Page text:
Appellant was stopped by Customs and Border Protection and indicated he was a "temporary visitor" lawfully in the United States on an H-1B temporary worker visa. However, appellant did not have a physical copy of his immigration papers and CBP was unable to verify his status. Appellant was subsequently arrested; despite several hours attempting to verify his status, appellant was issued a Notice to Appear on the charge that he was in violation of his F-2 visa – the only documentation uncovered. A the detainment center, appellant claimed he was subjected to a medical exam and tuberculosis test, confined in an overcrowded cell, not given access to a phone, and not given paperwork documenting his detainment. Eventually, appellant's status was confirmed and he was released; appellant filed suit for emotional distress under the Federal Tort Claims Act. Appellant appeals the district court's grant that the conduct fell within the discretionary function to the FTCA's waiver of sovereign immunity and that the law enforcement proviso did not apply. The court affirmed holding the officers did not act in violation of a statute or policy that specifically directs them to act otherwise and were protected by sovereign immunity. Further, the court held the officers' conduct in investigating appellant's immigration status did not violate their discretionary authority which would have precluded sovereign immunity. Accordingly, the judgment was affirmed. Tsolmon v. United States of America, Fifth Circuit, Case No.: 15-20609, 11/07/2016

15-20609
GREGG COSTA, CIRCUIT JUDGE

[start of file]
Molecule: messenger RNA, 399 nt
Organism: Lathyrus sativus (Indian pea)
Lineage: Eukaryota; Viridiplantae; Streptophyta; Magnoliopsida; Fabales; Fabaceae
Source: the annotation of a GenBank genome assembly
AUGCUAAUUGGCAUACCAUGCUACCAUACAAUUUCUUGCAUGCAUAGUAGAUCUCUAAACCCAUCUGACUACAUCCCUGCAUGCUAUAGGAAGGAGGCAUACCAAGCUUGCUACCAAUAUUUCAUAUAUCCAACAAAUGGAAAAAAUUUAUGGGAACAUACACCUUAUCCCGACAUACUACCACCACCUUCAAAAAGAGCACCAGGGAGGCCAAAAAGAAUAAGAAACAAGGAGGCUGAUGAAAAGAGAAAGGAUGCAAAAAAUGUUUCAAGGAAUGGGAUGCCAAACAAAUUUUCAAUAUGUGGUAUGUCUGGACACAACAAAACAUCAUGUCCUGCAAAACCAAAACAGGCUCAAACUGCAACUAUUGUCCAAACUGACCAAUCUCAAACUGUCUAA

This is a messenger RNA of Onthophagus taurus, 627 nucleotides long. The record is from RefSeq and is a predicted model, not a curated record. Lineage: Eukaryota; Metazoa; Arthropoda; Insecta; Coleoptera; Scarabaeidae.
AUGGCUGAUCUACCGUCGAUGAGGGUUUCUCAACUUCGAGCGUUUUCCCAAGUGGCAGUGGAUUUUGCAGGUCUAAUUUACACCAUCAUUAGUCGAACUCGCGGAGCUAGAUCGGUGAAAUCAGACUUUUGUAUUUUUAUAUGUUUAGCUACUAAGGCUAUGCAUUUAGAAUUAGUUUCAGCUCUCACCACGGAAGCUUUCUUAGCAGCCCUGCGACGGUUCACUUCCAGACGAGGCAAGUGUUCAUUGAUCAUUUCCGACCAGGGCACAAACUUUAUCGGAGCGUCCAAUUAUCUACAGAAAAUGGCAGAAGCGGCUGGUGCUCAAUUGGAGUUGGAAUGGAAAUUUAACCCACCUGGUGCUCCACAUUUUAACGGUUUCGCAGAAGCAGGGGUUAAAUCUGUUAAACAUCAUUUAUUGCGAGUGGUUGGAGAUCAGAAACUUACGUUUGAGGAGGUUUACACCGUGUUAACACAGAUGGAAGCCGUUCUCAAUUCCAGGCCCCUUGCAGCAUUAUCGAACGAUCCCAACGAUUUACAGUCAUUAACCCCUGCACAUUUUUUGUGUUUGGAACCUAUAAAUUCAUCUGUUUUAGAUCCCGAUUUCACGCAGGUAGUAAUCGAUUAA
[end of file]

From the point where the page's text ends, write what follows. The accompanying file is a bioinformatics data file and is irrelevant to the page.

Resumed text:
Court of Appeals of Texas, Tenth

Jeffrey Dean Gerron v. The State of Texas, 10-14-00121-CR (TexApp Dist 10/26/2016)

Appellant was convicted on nine of ten counts of possession of child pornography, and was sentenced to consecutive terms of nine years in prison on each count. Following ten issues on appeal, the court affirmed the conviction. Namely, the court found that appellant did not argue that the criminal statute defining "lewd exhibition" was vague as to his conduct and therefore failed to meet his burden of establishing that the term was unconstitutional. Additionally, a statute was not unconstitutionally vague merely because it failed to define words or phrases. Further, viewing the evidence in the light most favorable to the judgment, the court concluded that the evidence was sufficient to support the jury's guilty verdict. Here, the jury, as the factfinder, reviewed the images and other evidence and determined that the girls depicted in the exhibits were under age as the time the images were made. Moreover, the court found that the trial court did not abuse its discretion in admitting extraneous photographs and testimony as well as holding the evidence was more probative than prejudicial. Finally, the court overruled appellant's Sixth Amendment's right of confrontation objection holding any error present did not contribute to the conviction. Jeffrey Dean Gerron v. The State of Texas, Waco Court of Appeals, Case No.: 10-14-00121-CR, 10/26/2016

10-14-00121-CR
REX D. DAVIS JUSTICE

Court of Appeals of Texas, Fourteenth

Gatesco Q.M. Ltd. v. The City of Houston, 14-14-01017-CV (TexApp Dist 10/20/2016)